• Andy Gibb — vocals
  • Barry Gibb — background and harmony vocals
  • Joey Murcia — electric guitar
  • Joe Walsh — electric guitar
  • Paul Harris — keyboards
  • Albhy Galuten — synthesizer
  • Harold Cowart — bass
  • Ron Ziegler — drums
  • Nelson "Flaco" Padrón — percussion

Chart performance[edit]

Connie Smith's version[edit]

"I Just Want to Be Your Everything"
Single by Connie Smith
from the album New Horizons
ReleasedOctober 1977
GenreCountry, Country pop
LabelMonument Records
Songwriter(s)Barry Gibb
Connie Smith singles chronology
"Coming Around"
"I Just Want to Be Your Everything"
"Lovin' You Baby"

The best-known cover version of "I Just Want to Be Your Everything" was recorded by American country music artist Connie Smith. Released in the autumn of 1977, Smith's version, according to AMG reviewer Stephen Thomas Erlewine, was "relatively faithful" to Gibb's version[32] and — given its disco-influenced sound — also a departure from her honky-tonk songs of the 1960s and early 1970s.[32]

"I Just Want to Be Your Everything" peaked at #14 on Billboard Magazine's Hot Country Songs chart in 1978, becoming her last significant hit, as her further hits for Monument Records, such as "Lovin' You Baby" and "They'll Never Be Another for Me," peaked in progressively lower positions on the country chart between 1978 and 1979.[32]

Chart performance[edit]

Chart (1978) Peak
US Billboard Hot Country Singles[33] 14
Canadian RPM Country Tracks[34] 23


  1. ^ Breithaupt, Don; Breithaupt, Jeff (May 13, 2014). Night Moves: Pop Music in the Late '70s. St. Martin's Publishing Group. ISBN 9781466871380 – via Google Books.
  2. ^ Breihan, Tom (November 15, 2019). "The Number Ones: Andy Gibb's "I Just Want To Be Your Everything"". Stereogum. Retrieved July 4, 2023. The song is the same kind of slick, ingratiating lite-funk that had become the Bee Gees' trademark.
  3. ^ Bronson, Fred (2 August 2012). "Hot 100 55th Anniversary: The All-Time Top 100 Songs". Billboard. Retrieved 9 August 2013.
  4. ^ "Island Ignited Bee Gees' Musical "Fever"". Bernews. Retrieved 11 June 2013.
  5. ^ Brennan, Joseph. "Gibb Songs: 1976". Retrieved 11 June 2013.
  6. ^ "Andy Gibb - I Just Want to Be Your Everything Songfacts". Songfacts. Retrieved 11 June 2013.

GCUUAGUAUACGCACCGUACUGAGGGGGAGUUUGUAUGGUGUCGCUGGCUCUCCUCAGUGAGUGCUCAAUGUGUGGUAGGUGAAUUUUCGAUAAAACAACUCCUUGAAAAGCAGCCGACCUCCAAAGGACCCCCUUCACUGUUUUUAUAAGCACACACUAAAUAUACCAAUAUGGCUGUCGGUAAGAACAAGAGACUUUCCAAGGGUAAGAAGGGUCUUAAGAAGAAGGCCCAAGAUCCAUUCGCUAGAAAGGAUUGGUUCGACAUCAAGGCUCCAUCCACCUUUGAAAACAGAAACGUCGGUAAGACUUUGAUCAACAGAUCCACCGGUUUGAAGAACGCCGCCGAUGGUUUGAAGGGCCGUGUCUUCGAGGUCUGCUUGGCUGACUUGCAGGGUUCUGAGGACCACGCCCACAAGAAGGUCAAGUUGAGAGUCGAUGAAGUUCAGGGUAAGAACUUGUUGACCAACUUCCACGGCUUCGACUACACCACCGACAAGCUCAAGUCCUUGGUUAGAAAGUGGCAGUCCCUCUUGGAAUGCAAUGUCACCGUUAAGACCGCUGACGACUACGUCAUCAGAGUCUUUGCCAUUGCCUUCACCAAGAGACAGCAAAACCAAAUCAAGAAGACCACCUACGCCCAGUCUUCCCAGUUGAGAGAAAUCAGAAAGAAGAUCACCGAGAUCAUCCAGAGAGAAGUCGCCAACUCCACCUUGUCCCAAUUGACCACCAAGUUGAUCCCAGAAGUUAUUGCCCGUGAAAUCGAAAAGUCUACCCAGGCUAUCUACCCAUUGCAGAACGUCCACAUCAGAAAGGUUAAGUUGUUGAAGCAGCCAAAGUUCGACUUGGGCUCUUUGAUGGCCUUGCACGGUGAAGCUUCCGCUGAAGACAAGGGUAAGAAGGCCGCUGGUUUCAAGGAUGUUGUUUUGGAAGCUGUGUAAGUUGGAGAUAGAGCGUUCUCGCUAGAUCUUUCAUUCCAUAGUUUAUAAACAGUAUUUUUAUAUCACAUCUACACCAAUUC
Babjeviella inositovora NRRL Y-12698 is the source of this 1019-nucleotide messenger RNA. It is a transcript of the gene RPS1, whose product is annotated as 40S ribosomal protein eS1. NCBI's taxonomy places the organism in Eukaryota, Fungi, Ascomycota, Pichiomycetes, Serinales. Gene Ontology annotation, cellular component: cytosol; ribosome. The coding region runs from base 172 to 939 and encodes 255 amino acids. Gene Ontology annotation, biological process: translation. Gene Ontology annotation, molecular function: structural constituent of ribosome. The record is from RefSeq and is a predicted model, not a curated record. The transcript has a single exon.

7. ^ a b Hughes, Andrew (2009). The Bee Gees - Tales of the Brothers Gibb. ISBN 9780857120045. Retrieved 2 February 2015.
  8. ^ [Joel Whitburn's Top Pop Singles 1955-2002]
  9. ^ "Cash Box Top 100 11/12/77". www.tropicalglen.com. Retrieved 2019-06-28.
  10. ^ "CashBox Singles Reviews" (PDF). Cash Box. April 23, 1977. p. 20. Retrieved 2021-12-26.
  11. ^ "Hits of the Week" (PDF). Record World. April 23, 1977. p. 1. Retrieved 2023-02-16.
  12. ^ "American Radio History - Record World" (PDF). American Radio History. 2019-06-27. Retrieved 2019-06-27.
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  14. ^ "Record World 1977 Year End Pop Singles" (PDF). Record World. 35 #1590: 196 pp. December 31, 1977.
  15. ^ Billboard Year-End Hot 100 singles of 1977
  16. ^ David Kent (1993). Australian Charts Book 1970—1992. Australian Chart Book Pty Ltd, Turramurra, N.S.W. ISBN 0-646-11917-6.
  17. ^ a b c d e "Songs Written by the Gibb Family on the International Charts" (PDF). brothergibb.org. Retrieved 31 December 2014.
  18. ^ "CAN Charts > Andy Gibb". RPM. Archived from the original on 2013-11-13. Retrieved 2013-05-20.
  19. ^ "Item Display - RPM - Library and Archives Canada". Collectionscanada.gc.ca. 1977-07-09. Retrieved 2019-10-13.
  20. ^ "Andy Gibb - I Just Want to Be Your Everything". chart.org.nz. Retrieved 30 December 2014.
  21. ^ "Andy Gibb Chart History". Official Charts Company. Retrieved 30 December 2014.
  22. ^ "Andy Gibb - Chart History". Billboard. Retrieved 30 December 2014.
  23. ^ "Andy Gibb - Chart History on the Adult Contemporary Charts". Billboard. Retrieved 30 December 2014.
  24. ^ "US Charts > Andy Gibb". Billboard. Retrieved 2013-05-20.
  25. ^ "Cashbox Magazine: July 30, 1977". Cashbox. Retrieved 31 December 2014.
  26. ^ Steffen Hung. "Forum - 1970 (ARIA Charts: Special Occasion Charts)". Australian-charts.com. Archived from the original on 2016-06-02. Retrieved 2016-10-12.
  27. ^ Canada, Library and Archives (17 July 2013). "Image : RPM Weekly". Library and Archives Canada.
  28. ^ "Top Selling Singles of 1977 | The Official New Zealand Music Chart". Nztop40.co.nz. 1977-12-31. Retrieved 2016-10-12.
  29. ^ "Top 100 Hits of 1977/Top 100 Songs of 1977". Musicoutfitters.com. Retrieved 2016-10-12.
  30. ^ "Billboard Easy Listening Charts Singles". Billboard Magazine. 24 December 1977. Retrieved 30 December 2014.
  31. ^ "Hot 100 turns 60". Billboard. Retrieved August 6, 2018.
  32. ^ a b c [1] Erlewine, Stephen Thomas, Greatest Hits on Monument by Connie Smith, Allmusic
  33. ^ Whitburn, Joel (2008). Hot Country Songs 1944 to 2008. Record Research, Inc. pp. 387–388. ISBN 978-0-89820-177-2.
  34. ^ "Search results for "Connie Smith"". RPM. Archived from the original on 2014-11-29. Retrieved 2009-07-31.

External links[edit]